Late summer can be a very beautiful time in Ontario, and this year we certainly have been having great weather. In addition to getting out and about in the city, Toronto that is, every chance I get, I have been meaning to do an excursion into the country for a while now. So I touched base with my good friend Yolande and we started making plans for a girls’ weekend getaway. We figured somewhere along Georgian Bay might be a good idea, and as I checked the map I Owen Sound caught my attention since I had never visited it before.
Boating, a popular pastime on Georgian Bay
So early this Saturday morning I picked up Yolande and on a gorgeous sunny day we started our drive northwards. We headed west to Brampton, left the highway and started driving northwards through country scenery. Farmland and rolling hills accompanied us on our drive until we reached the Town of Collingwood. Collingwood is located right on Georgian Bay in close proximity to Blue Mountain, one of the highest outcroppings on the Niagara Escarpment. Collingwood is a popular four-season resort, offering a wide range of recreational activities year-round, and Blue Mountain is Canada’s third busiest ski resort (after Whistler-Blackcomb and Mont Tremblant). Due to its broad recreational opportunities It has even become a popular retirement location in recent years and many new full-time residential developments dot the area.
Bridge in Meaford
We continued through the old town and kept going westwards along Georgian Bay past local towns such as Craigleith and Thornbury. We had absolutely gorgeous weather and as we were driving we caught glimpses of the sparkling blue water of Georgian Bay. A little while later we decided to stop in the historic town Meaford, and drove into its picturesque harbour area. Meaford is a rather small place with a population of about 4,000 people. It has a beautifully developed harbour complex that includes a Visitors Centre, a Dockmaster’s office, washroom and laundry facilities. Close by are a variety of picnic shelters and next to the Visitors Centre there is a retired Canadian Coast Guard search and rescue vessel on display.
A retired Coast Guard vessel in Meaford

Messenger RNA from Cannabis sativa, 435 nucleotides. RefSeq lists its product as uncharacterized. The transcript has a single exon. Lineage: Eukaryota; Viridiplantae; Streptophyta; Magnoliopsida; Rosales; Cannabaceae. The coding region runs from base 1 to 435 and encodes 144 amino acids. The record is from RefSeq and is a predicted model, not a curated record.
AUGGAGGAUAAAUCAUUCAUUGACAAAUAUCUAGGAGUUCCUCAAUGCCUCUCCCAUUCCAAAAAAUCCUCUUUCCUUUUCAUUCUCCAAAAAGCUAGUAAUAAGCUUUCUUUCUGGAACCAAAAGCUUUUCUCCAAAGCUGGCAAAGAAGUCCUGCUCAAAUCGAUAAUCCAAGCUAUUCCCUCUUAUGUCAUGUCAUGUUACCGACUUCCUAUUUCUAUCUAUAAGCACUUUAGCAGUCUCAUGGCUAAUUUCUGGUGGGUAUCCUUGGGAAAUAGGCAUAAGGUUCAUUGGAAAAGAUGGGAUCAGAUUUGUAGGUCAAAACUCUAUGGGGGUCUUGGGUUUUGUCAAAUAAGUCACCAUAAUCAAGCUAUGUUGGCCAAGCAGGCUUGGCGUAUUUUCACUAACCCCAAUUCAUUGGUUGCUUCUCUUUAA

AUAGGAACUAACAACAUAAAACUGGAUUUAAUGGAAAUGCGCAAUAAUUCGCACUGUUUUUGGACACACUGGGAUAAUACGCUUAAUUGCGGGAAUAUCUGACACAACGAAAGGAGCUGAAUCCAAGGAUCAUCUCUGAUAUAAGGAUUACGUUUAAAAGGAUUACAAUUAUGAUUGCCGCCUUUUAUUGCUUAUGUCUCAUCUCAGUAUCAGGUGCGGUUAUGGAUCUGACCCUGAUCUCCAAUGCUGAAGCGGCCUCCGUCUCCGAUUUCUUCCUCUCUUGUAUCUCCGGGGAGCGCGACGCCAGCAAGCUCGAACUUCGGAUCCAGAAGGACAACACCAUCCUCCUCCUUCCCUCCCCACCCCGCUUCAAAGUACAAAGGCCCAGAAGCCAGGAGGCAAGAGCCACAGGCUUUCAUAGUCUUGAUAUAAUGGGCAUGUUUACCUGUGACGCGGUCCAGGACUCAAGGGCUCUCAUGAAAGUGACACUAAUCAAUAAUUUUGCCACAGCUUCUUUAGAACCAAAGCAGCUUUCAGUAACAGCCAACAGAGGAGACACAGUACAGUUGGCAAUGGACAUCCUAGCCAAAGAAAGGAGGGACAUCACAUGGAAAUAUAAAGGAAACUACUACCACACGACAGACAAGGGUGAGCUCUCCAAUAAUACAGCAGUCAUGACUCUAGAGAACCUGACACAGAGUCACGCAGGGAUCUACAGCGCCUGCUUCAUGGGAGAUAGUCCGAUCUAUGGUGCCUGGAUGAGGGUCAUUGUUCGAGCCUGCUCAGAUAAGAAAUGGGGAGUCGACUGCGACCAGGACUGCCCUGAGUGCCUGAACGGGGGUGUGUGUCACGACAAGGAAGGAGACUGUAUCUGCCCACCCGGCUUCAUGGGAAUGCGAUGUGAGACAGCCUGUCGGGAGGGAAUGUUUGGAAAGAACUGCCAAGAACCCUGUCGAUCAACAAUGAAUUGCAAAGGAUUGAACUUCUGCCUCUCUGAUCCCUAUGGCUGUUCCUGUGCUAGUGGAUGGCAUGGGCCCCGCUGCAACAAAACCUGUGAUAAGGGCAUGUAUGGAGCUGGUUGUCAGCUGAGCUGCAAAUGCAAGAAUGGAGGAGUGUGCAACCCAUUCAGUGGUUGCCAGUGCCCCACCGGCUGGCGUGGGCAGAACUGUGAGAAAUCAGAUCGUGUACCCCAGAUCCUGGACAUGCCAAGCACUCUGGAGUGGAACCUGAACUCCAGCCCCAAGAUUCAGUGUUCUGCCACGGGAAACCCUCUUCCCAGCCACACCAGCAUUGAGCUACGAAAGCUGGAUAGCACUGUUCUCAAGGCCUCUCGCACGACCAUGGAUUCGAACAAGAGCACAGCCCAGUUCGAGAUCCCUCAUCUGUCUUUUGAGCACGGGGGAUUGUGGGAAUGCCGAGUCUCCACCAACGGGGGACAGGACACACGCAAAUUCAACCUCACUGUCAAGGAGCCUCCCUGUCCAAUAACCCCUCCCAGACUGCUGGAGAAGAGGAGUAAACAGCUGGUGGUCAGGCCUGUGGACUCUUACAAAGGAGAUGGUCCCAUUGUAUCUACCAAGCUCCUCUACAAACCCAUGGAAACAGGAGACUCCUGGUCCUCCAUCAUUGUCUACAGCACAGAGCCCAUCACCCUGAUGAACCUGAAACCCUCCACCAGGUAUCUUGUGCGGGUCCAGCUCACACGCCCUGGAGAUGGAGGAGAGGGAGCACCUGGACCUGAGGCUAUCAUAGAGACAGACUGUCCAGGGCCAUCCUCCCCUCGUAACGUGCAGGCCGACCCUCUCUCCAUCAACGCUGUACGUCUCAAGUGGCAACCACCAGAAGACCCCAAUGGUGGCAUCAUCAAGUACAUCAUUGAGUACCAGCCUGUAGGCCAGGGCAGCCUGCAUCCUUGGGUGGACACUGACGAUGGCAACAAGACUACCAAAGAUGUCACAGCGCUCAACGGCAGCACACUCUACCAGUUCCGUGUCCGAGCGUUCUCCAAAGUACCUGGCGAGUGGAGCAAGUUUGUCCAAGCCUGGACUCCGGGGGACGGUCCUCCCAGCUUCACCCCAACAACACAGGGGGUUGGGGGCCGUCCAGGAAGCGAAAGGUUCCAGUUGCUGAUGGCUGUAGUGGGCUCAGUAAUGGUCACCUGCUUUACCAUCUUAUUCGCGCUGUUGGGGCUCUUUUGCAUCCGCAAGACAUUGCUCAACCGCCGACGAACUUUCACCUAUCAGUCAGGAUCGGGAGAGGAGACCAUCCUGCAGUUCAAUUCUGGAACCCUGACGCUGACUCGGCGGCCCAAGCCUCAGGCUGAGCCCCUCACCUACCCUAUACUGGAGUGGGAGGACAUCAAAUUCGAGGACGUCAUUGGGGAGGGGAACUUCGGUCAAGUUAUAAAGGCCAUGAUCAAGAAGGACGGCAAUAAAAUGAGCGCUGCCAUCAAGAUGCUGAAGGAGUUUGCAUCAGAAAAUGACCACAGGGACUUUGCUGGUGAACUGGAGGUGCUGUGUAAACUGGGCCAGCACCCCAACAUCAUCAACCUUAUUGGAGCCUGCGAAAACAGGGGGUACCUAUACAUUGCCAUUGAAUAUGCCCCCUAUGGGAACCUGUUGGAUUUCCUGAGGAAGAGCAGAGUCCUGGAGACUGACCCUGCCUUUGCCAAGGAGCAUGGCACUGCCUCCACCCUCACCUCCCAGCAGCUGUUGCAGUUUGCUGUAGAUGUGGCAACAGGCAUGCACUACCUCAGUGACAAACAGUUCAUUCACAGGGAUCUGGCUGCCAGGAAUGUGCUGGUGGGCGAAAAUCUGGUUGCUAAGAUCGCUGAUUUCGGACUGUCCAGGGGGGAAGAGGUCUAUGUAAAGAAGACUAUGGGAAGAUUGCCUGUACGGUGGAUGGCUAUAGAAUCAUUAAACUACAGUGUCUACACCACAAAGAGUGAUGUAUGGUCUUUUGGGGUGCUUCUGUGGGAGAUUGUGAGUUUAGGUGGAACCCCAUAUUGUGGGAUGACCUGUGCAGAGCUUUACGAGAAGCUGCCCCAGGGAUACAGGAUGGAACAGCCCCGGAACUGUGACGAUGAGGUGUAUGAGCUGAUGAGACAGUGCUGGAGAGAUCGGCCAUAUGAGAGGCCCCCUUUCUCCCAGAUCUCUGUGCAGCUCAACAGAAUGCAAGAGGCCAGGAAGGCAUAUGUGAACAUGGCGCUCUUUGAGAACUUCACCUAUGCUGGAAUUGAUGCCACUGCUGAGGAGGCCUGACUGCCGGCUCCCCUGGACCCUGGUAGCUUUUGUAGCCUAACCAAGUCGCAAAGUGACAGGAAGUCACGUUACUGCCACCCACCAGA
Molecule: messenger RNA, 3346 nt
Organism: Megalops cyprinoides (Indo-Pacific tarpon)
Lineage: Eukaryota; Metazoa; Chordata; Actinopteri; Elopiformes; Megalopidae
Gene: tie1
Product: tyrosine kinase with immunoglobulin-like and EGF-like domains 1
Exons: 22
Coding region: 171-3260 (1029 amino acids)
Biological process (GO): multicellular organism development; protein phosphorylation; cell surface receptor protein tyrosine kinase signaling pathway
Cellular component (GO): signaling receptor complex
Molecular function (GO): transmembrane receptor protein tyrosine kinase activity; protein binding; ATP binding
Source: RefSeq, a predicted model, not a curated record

It was time to shake our legs a little, so we embarked on a little walk through town. We crossed a river whose bridge was adorned with blooming flowerboxes which made a nice photo motif against a group of blue-grey condominium buildings. In just a few minutes we had reached the town’s main thoroughfare called Sykes Street, and admired an imposing Victorian brick building with a large mural that said “Paul’s Hotel”, obviously an earlier incarnation of this building.
The former Paul’s Hotel in Meaford
Sykes Street features a very intact Victorian streetscape with numerous retail stores and various cafes. We turned around at the Meaford Hall, an arts and cultural centre that regularly hosts live entertainment, business events and social gatherings. Many of the stores were already featuring scarecrows and other costumes for Halloween.
Meaford’s main street: an intact Victorian streetscape
As we needed to continue our trip we got back in the car and drove west to our intended destination for the weekend: Owen Sound, located right at the confluence of the Sydenham River and Georgian Bay. We drove into the northern end of town, parked our car at the Harry Lumley Bayshore Community Centre and stepped out for a brief walk. Owen Sound is known for its many walking and bicycling trails, and the Harbour walkway as well as Tom Thomson Trail provide scenic walking opportunities right along the city’s waterfront.
View of the mouth of the Sydenham River in Owen Sound
We admired three young athletes in neoprene wetsuits who were just embarking on a swim of the river’s estuary. The water looked pretty chilly. Just a few minutes further north a children’s race called the Kids of Steel Race was getting underway, all part of the Subaru Triathlon Series. I watched as the starter began the countdown and dozens of kids started to run southwards on the trail along the water’s edge. It was definitely a perfect day for a bit of exercise in the great outdoors.
Pleasure-boating on Georgian Bay
To get further information about this town we stopped by the Tourism Office which is housed in the same building as the Marine & Rail Musuem, unfortunately we had just dropped by during lunch hour and the office was closed. We stepped out onto the harbour promenade, read some of the historical plaques and asked some local fishermen where to eat and they gave us some loose instructions of how to get to the “Boot and Blade”, a very popular casual restaurant whose lineups attested to its popularity. Some of the offerings on the all-day breakfast menu sounded appealing and we started to enjoy our late lunch.
Entrance to the Old Post Office in Owen Sound
Appropriately strengthened we were ready for our explorations of the town and went back to the Tourism Office which was open right now. A young man named Keith provided us with a variety of brochures about Owen Sound and the surrounding area. In a two-minute interview (accessible through the Youtube link below) he provided us with a brief overview of Owen Sound, the tourist destination.
The old Market Building, from 1868
Owen Sound is a popular destination for art lovers and the city was named Canadian Cultural Capital in 2002. One of the major attractions in Owen Sound is the Tom Thomson Memorial Art Gallery, one of Canada’s most famous artists who was closely associated with the famous Group of Seven. The Billy Bishop Heritage Museum showcases the life and times of the famous Canadian aviator Billy Bishop who grew up in Owen Sound. The Summerfolk Festival, the Artists’ Co-op and the Roxy Theatre are popular destinations for art lovers. A popular book by John Villani, “The 100 Best Art Towns in America”, lists Owen Sound as a great arts destination, one of only five in Canada.
Bridge over the Sydenham River in Owen Sound